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Defence Technology and Doctrine: Implications

Lord Kennet asked Her Majesty's Government:

Lord Gilbert: Further to my Written Answer of 15 January 1998 (WA 206), the implications for the United Kingdom of developments in defence technology and doctrine are kept under review by the Ministry of Defence. The emergence of new infrastructure vulnerabilities and the impact of the so-called Revolution in Military Affairs form part of this work, including the important requirement to maintain adequate interoperability with United States forces. They have been taken fully into account in the Strategic Defence Review. We would not, however, expect these issues to affect the European Union's common foreign and security policy.

NATO: Strategic Concept

Lord Kennet asked Her Majesty's Government:

Lord Gilbert: I refer the noble Lord to the Written Answers I gave him on 22 January 1998 (WA 264-265).

Lord Kennet asked Her Majesty's Government:

7 Apr 1998 : Column WA128

Lord Gilbert: In line with arrangements agreed by Allies for the progressive involvement of representatives from the Czech Republic, Hungary and Poland in the political and military work of NATO, their representatives may, subject to certain conditions, attend the relevant meetings and speak, but not participate in decisions, which will be taken on the basis of consensus among current Allies.

Lord Kennet asked Her Majesty's Government:

    Whether NATO's new strategic concept will be available to them before the conclusion of the Strategic Defence Review.[HL1306]

Lord Gilbert: As I told the noble Lord, in my Written Answer on 22 January, (Official Report, col. WA 264) recommendations based on the examination of NATO's strategic concept will be presented to NATO heads of state and government when they next meet in Washington in 1999. It remains the Government's aim to publish the conclusions of the Strategic Defence Review in the first half of this year.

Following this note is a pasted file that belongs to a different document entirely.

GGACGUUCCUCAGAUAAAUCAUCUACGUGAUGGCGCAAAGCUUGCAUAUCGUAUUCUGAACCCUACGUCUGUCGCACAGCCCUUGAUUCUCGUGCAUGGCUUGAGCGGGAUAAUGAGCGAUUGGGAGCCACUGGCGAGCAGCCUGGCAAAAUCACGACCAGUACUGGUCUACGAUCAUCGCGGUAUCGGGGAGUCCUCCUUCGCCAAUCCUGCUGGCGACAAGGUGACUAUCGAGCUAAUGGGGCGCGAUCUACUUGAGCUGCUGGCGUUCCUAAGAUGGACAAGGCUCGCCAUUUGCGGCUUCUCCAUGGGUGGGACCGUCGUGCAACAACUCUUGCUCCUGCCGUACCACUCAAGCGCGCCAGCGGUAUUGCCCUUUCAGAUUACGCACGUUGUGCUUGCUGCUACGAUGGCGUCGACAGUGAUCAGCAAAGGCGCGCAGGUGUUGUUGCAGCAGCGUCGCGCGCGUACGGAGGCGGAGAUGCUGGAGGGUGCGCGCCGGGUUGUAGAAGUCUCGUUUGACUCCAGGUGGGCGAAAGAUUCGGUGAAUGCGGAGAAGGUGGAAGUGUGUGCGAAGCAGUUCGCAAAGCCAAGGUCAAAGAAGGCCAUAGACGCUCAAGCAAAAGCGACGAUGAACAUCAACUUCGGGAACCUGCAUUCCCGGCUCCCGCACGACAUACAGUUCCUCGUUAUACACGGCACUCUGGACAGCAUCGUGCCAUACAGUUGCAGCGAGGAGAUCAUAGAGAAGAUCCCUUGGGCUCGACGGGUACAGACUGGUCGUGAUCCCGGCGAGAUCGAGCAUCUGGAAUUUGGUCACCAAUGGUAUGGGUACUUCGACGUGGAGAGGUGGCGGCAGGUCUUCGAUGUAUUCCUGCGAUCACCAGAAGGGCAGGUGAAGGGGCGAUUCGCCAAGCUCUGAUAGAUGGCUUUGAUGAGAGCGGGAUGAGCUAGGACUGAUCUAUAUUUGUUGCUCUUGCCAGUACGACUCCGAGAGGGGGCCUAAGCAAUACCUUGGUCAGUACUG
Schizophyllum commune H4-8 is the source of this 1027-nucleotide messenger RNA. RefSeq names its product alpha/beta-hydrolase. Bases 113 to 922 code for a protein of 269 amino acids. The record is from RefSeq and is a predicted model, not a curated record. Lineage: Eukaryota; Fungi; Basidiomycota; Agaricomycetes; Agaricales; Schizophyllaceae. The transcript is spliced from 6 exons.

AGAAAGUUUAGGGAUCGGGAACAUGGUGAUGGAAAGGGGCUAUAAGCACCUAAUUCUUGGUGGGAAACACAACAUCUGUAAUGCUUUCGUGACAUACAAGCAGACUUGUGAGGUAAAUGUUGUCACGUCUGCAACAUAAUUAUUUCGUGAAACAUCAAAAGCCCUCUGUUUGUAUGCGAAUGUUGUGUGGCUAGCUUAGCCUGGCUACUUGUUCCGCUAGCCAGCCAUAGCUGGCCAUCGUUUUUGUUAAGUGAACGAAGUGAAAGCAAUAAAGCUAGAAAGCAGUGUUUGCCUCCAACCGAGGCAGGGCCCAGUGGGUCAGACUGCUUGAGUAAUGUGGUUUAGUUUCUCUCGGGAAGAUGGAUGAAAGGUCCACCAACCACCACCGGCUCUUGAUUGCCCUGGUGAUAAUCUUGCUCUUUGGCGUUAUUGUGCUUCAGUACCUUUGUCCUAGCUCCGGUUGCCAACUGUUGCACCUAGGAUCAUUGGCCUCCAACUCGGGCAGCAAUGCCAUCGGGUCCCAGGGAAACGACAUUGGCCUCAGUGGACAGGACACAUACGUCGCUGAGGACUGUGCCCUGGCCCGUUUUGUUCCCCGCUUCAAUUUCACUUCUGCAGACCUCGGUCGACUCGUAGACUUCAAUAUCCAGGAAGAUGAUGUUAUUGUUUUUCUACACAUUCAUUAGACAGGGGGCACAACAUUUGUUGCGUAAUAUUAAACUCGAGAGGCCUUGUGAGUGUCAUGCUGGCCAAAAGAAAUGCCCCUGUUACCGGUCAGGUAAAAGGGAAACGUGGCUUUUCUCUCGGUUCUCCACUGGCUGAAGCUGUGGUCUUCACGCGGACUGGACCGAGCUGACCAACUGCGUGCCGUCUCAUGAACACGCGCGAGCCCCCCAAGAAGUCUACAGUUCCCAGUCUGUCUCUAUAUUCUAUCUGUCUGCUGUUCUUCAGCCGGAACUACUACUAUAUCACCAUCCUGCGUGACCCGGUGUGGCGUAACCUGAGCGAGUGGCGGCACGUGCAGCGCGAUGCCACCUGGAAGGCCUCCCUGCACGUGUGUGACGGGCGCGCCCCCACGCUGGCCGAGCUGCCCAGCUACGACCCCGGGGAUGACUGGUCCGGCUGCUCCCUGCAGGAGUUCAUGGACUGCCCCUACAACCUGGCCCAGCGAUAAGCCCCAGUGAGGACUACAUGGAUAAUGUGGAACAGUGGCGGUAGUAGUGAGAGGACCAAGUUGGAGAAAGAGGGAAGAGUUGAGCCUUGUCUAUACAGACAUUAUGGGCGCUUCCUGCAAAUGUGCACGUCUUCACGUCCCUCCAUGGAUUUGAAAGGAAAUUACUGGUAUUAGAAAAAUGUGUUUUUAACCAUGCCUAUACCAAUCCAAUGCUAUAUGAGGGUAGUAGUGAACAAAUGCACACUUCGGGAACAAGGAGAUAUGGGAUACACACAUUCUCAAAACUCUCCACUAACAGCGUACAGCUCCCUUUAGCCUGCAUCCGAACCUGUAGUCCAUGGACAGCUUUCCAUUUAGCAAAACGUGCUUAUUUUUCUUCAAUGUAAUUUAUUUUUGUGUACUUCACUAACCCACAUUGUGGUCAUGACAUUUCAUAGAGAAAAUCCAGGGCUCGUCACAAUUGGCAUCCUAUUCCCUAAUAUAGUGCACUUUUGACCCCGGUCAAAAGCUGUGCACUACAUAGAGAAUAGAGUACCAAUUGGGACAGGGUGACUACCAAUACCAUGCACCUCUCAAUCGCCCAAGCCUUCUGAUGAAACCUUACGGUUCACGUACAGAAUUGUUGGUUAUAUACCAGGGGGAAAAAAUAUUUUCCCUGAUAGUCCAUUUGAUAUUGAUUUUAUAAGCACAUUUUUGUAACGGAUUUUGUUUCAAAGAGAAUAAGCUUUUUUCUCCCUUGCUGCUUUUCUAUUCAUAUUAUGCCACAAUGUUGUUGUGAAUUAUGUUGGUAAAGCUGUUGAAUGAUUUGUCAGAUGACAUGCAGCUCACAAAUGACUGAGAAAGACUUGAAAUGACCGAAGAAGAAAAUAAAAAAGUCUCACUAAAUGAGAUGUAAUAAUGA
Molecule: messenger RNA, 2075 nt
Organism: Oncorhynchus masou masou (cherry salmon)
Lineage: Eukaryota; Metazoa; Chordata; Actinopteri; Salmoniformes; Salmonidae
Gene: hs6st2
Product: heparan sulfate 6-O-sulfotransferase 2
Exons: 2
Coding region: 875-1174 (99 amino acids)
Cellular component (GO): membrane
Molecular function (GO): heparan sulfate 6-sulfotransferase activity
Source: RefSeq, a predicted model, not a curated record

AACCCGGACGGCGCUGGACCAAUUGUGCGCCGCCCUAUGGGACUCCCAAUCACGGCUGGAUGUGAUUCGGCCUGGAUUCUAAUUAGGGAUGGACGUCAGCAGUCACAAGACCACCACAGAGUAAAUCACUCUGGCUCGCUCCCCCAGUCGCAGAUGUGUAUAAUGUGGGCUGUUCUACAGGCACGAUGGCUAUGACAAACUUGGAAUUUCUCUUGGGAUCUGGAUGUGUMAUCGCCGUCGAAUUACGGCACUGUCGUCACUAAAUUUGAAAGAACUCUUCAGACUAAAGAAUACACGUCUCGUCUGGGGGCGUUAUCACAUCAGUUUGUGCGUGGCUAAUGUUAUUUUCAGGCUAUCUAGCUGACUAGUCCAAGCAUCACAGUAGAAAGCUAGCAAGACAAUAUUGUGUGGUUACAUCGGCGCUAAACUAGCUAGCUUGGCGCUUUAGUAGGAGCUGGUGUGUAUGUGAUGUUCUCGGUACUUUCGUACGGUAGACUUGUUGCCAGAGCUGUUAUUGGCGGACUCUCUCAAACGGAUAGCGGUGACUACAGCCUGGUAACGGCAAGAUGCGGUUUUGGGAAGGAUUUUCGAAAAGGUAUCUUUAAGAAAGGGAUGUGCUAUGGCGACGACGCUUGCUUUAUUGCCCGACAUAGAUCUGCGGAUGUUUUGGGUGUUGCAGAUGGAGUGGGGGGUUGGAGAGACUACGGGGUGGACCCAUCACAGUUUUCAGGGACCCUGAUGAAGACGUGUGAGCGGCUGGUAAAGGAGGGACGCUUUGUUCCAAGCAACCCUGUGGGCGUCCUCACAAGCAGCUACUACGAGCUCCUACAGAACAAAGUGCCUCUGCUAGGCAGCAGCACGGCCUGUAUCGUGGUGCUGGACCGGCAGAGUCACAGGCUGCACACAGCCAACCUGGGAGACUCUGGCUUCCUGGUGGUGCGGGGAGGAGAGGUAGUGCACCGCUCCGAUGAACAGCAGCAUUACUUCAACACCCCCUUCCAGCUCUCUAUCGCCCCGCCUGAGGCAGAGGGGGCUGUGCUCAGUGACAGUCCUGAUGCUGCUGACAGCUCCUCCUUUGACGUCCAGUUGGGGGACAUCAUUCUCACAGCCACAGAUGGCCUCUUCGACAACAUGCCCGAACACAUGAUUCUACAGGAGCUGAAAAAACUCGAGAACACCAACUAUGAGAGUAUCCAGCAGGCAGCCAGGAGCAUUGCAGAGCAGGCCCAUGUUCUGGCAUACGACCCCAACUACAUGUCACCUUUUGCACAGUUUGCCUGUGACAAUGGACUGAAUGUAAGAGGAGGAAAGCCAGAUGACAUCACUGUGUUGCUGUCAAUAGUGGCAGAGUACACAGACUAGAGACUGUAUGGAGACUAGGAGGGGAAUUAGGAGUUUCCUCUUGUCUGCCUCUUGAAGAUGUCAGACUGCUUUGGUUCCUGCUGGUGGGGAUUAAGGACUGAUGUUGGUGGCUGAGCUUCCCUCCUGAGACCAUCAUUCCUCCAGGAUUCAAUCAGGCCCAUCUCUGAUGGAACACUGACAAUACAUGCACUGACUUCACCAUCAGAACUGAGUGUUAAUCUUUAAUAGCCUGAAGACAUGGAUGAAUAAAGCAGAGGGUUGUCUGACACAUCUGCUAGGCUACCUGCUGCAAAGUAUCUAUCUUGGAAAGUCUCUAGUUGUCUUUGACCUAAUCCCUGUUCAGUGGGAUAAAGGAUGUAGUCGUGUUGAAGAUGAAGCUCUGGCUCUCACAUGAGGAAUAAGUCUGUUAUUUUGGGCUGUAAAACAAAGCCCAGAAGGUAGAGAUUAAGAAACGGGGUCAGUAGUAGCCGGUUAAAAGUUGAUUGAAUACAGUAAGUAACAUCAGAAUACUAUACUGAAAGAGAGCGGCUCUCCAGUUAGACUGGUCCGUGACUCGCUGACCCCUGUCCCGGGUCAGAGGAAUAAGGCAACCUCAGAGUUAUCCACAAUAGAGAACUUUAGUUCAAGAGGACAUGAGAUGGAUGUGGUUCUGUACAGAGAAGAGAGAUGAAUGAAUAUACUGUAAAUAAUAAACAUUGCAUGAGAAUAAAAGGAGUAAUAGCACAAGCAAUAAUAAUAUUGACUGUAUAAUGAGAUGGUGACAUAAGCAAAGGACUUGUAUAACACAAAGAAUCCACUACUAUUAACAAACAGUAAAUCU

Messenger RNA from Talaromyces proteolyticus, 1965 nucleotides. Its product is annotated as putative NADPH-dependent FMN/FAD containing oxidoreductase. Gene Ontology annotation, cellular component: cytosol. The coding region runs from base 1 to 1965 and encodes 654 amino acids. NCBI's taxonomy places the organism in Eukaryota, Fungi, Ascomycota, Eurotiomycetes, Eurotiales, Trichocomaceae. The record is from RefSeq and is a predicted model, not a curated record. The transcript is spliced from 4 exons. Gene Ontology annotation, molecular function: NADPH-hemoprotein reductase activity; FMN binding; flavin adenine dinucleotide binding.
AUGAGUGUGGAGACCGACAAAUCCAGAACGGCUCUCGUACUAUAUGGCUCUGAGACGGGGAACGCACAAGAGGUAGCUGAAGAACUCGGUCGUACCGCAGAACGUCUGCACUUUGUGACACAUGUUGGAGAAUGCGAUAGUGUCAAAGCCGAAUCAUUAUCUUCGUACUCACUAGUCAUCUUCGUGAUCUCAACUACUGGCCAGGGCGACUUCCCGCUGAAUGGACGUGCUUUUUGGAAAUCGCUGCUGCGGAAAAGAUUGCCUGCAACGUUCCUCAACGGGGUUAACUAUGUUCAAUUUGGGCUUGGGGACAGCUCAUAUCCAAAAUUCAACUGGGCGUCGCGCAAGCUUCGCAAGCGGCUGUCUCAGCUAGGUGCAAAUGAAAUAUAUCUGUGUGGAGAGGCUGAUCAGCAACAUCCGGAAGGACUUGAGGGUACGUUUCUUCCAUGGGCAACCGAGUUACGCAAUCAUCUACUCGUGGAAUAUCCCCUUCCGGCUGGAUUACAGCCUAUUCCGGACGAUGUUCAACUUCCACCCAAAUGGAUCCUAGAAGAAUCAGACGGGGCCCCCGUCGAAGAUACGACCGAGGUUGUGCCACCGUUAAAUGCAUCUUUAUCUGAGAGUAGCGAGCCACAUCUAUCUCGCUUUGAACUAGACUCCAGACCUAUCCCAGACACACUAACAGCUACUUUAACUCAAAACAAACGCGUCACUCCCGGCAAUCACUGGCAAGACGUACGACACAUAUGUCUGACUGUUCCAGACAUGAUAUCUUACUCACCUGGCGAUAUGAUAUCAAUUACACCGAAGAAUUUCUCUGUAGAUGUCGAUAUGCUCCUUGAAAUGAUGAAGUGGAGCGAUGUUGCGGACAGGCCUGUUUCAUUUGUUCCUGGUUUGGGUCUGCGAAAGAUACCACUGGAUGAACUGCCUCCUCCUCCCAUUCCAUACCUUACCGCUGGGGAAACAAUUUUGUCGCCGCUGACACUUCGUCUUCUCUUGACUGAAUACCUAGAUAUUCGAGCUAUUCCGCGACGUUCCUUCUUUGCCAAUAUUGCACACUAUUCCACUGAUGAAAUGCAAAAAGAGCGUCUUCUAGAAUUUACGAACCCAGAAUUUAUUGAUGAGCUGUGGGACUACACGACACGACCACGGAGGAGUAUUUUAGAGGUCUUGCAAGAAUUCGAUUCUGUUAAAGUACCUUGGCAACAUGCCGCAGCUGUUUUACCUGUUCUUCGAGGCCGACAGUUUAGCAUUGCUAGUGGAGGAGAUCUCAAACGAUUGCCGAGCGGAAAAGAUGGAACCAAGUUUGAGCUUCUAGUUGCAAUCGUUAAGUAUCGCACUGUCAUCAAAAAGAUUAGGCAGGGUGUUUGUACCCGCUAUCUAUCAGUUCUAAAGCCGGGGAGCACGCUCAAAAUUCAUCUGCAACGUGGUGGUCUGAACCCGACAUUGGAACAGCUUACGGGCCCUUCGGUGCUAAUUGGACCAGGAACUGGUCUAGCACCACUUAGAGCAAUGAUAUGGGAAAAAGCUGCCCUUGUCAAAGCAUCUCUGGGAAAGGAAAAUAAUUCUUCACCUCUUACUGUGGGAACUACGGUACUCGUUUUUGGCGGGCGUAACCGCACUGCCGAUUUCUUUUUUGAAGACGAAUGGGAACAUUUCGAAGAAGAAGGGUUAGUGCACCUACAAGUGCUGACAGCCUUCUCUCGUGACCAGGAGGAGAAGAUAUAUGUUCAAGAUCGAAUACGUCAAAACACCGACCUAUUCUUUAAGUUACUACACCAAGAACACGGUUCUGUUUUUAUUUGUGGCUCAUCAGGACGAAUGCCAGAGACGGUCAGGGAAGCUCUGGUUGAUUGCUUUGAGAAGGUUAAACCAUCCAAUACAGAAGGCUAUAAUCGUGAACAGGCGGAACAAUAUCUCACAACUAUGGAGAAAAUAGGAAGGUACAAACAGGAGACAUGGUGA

Partners in Europe: Information Pack

Lord Pearson of Rannoch asked Her Majesty's Government:

    What is the total cost of their information package Partners in Europe; how it was funded; and to how many


    (a) primary schools


    (b) other schools; and


    (c) further education/higher education colleges, universities, local education authorities and other educational establishments


    it has been or is to be sent.[HL1311]

The Minister of State, Department for Education and Employment (Baroness Blackstone): The Partners in Europe information and resource pack for schools cost £309,000 to produce and distribute. It was funded jointly by the Department for Education and Employment, the Scottish Office Education and Industry Department, the Welsh Office Education Department, the Department for Education, Northern Ireland and the Foreign and Commonwealth Office. It was distributed to all schools in the United Kingdom on the following basis: two to each school in England, one to each school in Scotland, two to each school in Wales and two to each school in Northern Ireland.

Two copies of the pack were sent to LEAs in England, Scotland and Wales. In Northern Ireland, one copy was sent to each education and library board. Organisations such as the central bureau for educational visits and exchanges, the qualifications and curriculum authority and Ofsted were also sent copies. All other educational establishments received copies on request or accessed the specially commissioned contents via departmental websites.



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